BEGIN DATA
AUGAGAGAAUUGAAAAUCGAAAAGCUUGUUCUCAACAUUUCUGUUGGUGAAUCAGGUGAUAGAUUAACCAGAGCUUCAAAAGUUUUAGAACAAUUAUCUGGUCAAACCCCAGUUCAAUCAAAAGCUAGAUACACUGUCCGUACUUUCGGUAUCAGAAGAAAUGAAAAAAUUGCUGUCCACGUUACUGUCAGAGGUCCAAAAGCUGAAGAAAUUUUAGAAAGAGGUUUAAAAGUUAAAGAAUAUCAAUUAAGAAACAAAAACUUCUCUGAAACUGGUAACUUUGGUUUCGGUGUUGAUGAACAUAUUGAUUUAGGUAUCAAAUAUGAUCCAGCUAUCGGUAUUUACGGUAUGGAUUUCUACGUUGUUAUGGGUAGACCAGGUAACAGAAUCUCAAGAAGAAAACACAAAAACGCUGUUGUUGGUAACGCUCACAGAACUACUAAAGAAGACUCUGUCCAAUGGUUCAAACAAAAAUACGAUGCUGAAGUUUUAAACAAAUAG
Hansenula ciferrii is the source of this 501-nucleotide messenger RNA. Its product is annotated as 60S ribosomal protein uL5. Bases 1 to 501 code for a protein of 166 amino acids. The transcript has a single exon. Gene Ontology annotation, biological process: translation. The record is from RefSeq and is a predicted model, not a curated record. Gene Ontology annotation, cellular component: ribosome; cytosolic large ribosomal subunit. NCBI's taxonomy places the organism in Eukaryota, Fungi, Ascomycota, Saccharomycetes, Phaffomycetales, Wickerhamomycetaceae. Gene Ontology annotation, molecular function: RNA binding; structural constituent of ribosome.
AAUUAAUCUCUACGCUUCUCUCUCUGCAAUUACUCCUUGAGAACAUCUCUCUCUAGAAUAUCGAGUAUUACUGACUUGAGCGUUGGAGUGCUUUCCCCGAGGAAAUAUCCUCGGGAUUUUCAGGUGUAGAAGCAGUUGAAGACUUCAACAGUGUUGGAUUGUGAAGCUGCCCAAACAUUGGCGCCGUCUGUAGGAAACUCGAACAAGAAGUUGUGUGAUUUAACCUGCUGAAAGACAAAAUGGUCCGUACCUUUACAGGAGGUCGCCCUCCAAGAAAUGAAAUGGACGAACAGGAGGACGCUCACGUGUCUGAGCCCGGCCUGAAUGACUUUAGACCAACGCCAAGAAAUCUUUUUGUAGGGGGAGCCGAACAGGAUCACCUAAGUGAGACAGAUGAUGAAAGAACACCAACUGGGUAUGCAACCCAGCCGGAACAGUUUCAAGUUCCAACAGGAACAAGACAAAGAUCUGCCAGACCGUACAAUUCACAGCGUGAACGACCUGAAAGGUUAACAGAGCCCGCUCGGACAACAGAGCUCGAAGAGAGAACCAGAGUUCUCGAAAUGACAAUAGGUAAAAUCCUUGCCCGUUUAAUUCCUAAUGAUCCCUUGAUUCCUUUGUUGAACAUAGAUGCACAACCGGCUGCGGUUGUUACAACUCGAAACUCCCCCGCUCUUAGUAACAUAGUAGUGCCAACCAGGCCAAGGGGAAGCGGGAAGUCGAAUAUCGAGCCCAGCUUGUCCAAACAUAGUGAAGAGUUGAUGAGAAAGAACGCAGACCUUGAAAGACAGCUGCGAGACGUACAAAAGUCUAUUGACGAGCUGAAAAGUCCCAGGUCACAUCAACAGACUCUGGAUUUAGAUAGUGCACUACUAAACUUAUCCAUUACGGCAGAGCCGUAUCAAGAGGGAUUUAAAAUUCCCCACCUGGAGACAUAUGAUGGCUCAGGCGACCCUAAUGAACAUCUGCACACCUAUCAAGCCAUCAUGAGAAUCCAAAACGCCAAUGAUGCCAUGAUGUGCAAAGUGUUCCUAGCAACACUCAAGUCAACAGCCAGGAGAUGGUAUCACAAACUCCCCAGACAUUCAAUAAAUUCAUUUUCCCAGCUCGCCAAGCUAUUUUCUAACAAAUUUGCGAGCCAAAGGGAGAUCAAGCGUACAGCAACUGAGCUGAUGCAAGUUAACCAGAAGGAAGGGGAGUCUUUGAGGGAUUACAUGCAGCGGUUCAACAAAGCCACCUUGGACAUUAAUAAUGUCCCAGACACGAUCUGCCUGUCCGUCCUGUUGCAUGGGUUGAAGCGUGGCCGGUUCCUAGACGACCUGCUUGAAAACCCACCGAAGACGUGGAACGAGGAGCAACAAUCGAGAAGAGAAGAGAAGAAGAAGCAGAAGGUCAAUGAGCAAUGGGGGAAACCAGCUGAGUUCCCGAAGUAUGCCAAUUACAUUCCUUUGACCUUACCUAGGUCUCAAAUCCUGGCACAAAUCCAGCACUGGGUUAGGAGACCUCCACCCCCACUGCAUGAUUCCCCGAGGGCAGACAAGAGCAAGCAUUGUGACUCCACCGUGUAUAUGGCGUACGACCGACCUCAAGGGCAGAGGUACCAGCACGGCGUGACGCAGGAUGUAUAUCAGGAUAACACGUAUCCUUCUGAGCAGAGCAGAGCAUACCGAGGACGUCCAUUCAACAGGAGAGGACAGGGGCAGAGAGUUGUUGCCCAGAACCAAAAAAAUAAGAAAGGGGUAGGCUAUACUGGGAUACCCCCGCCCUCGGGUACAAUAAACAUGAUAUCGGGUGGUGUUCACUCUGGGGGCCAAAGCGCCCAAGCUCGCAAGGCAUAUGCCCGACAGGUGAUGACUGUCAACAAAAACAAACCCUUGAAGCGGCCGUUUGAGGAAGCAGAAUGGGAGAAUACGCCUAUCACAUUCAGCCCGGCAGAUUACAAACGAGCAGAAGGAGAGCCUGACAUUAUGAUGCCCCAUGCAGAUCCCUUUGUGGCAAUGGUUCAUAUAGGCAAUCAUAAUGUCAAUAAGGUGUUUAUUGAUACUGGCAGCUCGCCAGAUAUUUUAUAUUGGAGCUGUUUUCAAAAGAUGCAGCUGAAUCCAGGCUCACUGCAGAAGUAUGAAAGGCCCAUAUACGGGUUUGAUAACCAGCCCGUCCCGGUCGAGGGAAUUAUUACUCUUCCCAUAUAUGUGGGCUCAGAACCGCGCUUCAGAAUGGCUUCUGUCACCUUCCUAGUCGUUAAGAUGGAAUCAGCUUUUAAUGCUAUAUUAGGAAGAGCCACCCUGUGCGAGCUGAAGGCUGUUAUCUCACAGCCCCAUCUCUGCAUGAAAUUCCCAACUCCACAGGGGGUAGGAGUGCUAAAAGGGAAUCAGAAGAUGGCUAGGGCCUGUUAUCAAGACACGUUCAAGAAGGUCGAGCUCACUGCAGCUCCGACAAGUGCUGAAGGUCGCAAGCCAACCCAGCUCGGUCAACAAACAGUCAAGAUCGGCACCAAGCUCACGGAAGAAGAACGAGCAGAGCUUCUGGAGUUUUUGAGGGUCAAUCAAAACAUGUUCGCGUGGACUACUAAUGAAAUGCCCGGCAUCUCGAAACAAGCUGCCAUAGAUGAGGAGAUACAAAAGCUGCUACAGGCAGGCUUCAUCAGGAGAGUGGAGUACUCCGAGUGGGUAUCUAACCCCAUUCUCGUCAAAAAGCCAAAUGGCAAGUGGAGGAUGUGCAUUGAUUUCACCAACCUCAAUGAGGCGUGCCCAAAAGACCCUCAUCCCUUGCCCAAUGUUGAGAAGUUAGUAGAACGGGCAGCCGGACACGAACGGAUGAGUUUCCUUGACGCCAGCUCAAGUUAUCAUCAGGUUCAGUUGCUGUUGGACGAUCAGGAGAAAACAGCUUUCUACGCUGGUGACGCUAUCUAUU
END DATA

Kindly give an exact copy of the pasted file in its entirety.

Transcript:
AUGAGAGAAUUGAAAAUCGAAAAGCUUGUUCUCAACAUUUCUGUUGGUGAAUCAGGUGAUAGAUUAACCAGAGCUUCAAAAGUUUUAGAACAAUUAUCUGGUCAAACCCCAGUUCAAUCAAAAGCUAGAUACACUGUCCGUACUUUCGGUAUCAGAAGAAAUGAAAAAAUUGCUGUCCACGUUACUGUCAGAGGUCCAAAAGCUGAAGAAAUUUUAGAAAGAGGUUUAAAAGUUAAAGAAUAUCAAUUAAGAAACAAAAACUUCUCUGAAACUGGUAACUUUGGUUUCGGUGUUGAUGAACAUAUUGAUUUAGGUAUCAAAUAUGAUCCAGCUAUCGGUAUUUACGGUAUGGAUUUCUACGUUGUUAUGGGUAGACCAGGUAACAGAAUCUCAAGAAGAAAACACAAAAACGCUGUUGUUGGUAACGCUCACAGAACUACUAAAGAAGACUCUGUCCAAUGGUUCAAACAAAAAUACGAUGCUGAAGUUUUAAACAAAUAG
Hansenula ciferrii is the source of this 501-nucleotide messenger RNA. Its product is annotated as 60S ribosomal protein uL5. Bases 1 to 501 code for a protein of 166 amino acids. The transcript has a single exon. Gene Ontology annotation, biological process: translation. The record is from RefSeq and is a predicted model, not a curated record. Gene Ontology annotation, cellular component: ribosome; cytosolic large ribosomal subunit. NCBI's taxonomy places the organism in Eukaryota, Fungi, Ascomycota, Saccharomycetes, Phaffomycetales, Wickerhamomycetaceae. Gene Ontology annotation, molecular function: RNA binding; structural constituent of ribosome.
AAUUAAUCUCUACGCUUCUCUCUCUGCAAUUACUCCUUGAGAACAUCUCUCUCUAGAAUAUCGAGUAUUACUGACUUGAGCGUUGGAGUGCUUUCCCCGAGGAAAUAUCCUCGGGAUUUUCAGGUGUAGAAGCAGUUGAAGACUUCAACAGUGUUGGAUUGUGAAGCUGCCCAAACAUUGGCGCCGUCUGUAGGAAACUCGAACAAGAAGUUGUGUGAUUUAACCUGCUGAAAGACAAAAUGGUCCGUACCUUUACAGGAGGUCGCCCUCCAAGAAAUGAAAUGGACGAACAGGAGGACGCUCACGUGUCUGAGCCCGGCCUGAAUGACUUUAGACCAACGCCAAGAAAUCUUUUUGUAGGGGGAGCCGAACAGGAUCACCUAAGUGAGACAGAUGAUGAAAGAACACCAACUGGGUAUGCAACCCAGCCGGAACAGUUUCAAGUUCCAACAGGAACAAGACAAAGAUCUGCCAGACCGUACAAUUCACAGCGUGAACGACCUGAAAGGUUAACAGAGCCCGCUCGGACAACAGAGCUCGAAGAGAGAACCAGAGUUCUCGAAAUGACAAUAGGUAAAAUCCUUGCCCGUUUAAUUCCUAAUGAUCCCUUGAUUCCUUUGUUGAACAUAGAUGCACAACCGGCUGCGGUUGUUACAACUCGAAACUCCCCCGCUCUUAGUAACAUAGUAGUGCCAACCAGGCCAAGGGGAAGCGGGAAGUCGAAUAUCGAGCCCAGCUUGUCCAAACAUAGUGAAGAGUUGAUGAGAAAGAACGCAGACCUUGAAAGACAGCUGCGAGACGUACAAAAGUCUAUUGACGAGCUGAAAAGUCCCAGGUCACAUCAACAGACUCUGGAUUUAGAUAGUGCACUACUAAACUUAUCCAUUACGGCAGAGCCGUAUCAAGAGGGAUUUAAAAUUCCCCACCUGGAGACAUAUGAUGGCUCAGGCGACCCUAAUGAACAUCUGCACACCUAUCAAGCCAUCAUGAGAAUCCAAAACGCCAAUGAUGCCAUGAUGUGCAAAGUGUUCCUAGCAACACUCAAGUCAACAGCCAGGAGAUGGUAUCACAAACUCCCCAGACAUUCAAUAAAUUCAUUUUCCCAGCUCGCCAAGCUAUUUUCUAACAAAUUUGCGAGCCAAAGGGAGAUCAAGCGUACAGCAACUGAGCUGAUGCAAGUUAACCAGAAGGAAGGGGAGUCUUUGAGGGAUUACAUGCAGCGGUUCAACAAAGCCACCUUGGACAUUAAUAAUGUCCCAGACACGAUCUGCCUGUCCGUCCUGUUGCAUGGGUUGAAGCGUGGCCGGUUCCUAGACGACCUGCUUGAAAACCCACCGAAGACGUGGAACGAGGAGCAACAAUCGAGAAGAGAAGAGAAGAAGAAGCAGAAGGUCAAUGAGCAAUGGGGGAAACCAGCUGAGUUCCCGAAGUAUGCCAAUUACAUUCCUUUGACCUUACCUAGGUCUCAAAUCCUGGCACAAAUCCAGCACUGGGUUAGGAGACCUCCACCCCCACUGCAUGAUUCCCCGAGGGCAGACAAGAGCAAGCAUUGUGACUCCACCGUGUAUAUGGCGUACGACCGACCUCAAGGGCAGAGGUACCAGCACGGCGUGACGCAGGAUGUAUAUCAGGAUAACACGUAUCCUUCUGAGCAGAGCAGAGCAUACCGAGGACGUCCAUUCAACAGGAGAGGACAGGGGCAGAGAGUUGUUGCCCAGAACCAAAAAAAUAAGAAAGGGGUAGGCUAUACUGGGAUACCCCCGCCCUCGGGUACAAUAAACAUGAUAUCGGGUGGUGUUCACUCUGGGGGCCAAAGCGCCCAAGCUCGCAAGGCAUAUGCCCGACAGGUGAUGACUGUCAACAAAAACAAACCCUUGAAGCGGCCGUUUGAGGAAGCAGAAUGGGAGAAUACGCCUAUCACAUUCAGCCCGGCAGAUUACAAACGAGCAGAAGGAGAGCCUGACAUUAUGAUGCCCCAUGCAGAUCCCUUUGUGGCAAUGGUUCAUAUAGGCAAUCAUAAUGUCAAUAAGGUGUUUAUUGAUACUGGCAGCUCGCCAGAUAUUUUAUAUUGGAGCUGUUUUCAAAAGAUGCAGCUGAAUCCAGGCUCACUGCAGAAGUAUGAAAGGCCCAUAUACGGGUUUGAUAACCAGCCCGUCCCGGUCGAGGGAAUUAUUACUCUUCCCAUAUAUGUGGGCUCAGAACCGCGCUUCAGAAUGGCUUCUGUCACCUUCCUAGUCGUUAAGAUGGAAUCAGCUUUUAAUGCUAUAUUAGGAAGAGCCACCCUGUGCGAGCUGAAGGCUGUUAUCUCACAGCCCCAUCUCUGCAUGAAAUUCCCAACUCCACAGGGGGUAGGAGUGCUAAAAGGGAAUCAGAAGAUGGCUAGGGCCUGUUAUCAAGACACGUUCAAGAAGGUCGAGCUCACUGCAGCUCCGACAAGUGCUGAAGGUCGCAAGCCAACCCAGCUCGGUCAACAAACAGUCAAGAUCGGCACCAAGCUCACGGAAGAAGAACGAGCAGAGCUUCUGGAGUUUUUGAGGGUCAAUCAAAACAUGUUCGCGUGGACUACUAAUGAAAUGCCCGGCAUCUCGAAACAAGCUGCCAUAGAUGAGGAGAUACAAAAGCUGCUACAGGCAGGCUUCAUCAGGAGAGUGGAGUACUCCGAGUGGGUAUCUAACCCCAUUCUCGUCAAAAAGCCAAAUGGCAAGUGGAGGAUGUGCAUUGAUUUCACCAACCUCAAUGAGGCGUGCCCAAAAGACCCUCAUCCCUUGCCCAAUGUUGAGAAGUUAGUAGAACGGGCAGCCGGACACGAACGGAUGAGUUUCCUUGACGCCAGCUCAAGUUAUCAUCAGGUUCAGUUGCUGUUGGACGAUCAGGAGAAAACAGCUUUCUACGCUGGUGACGCUAUCUAUU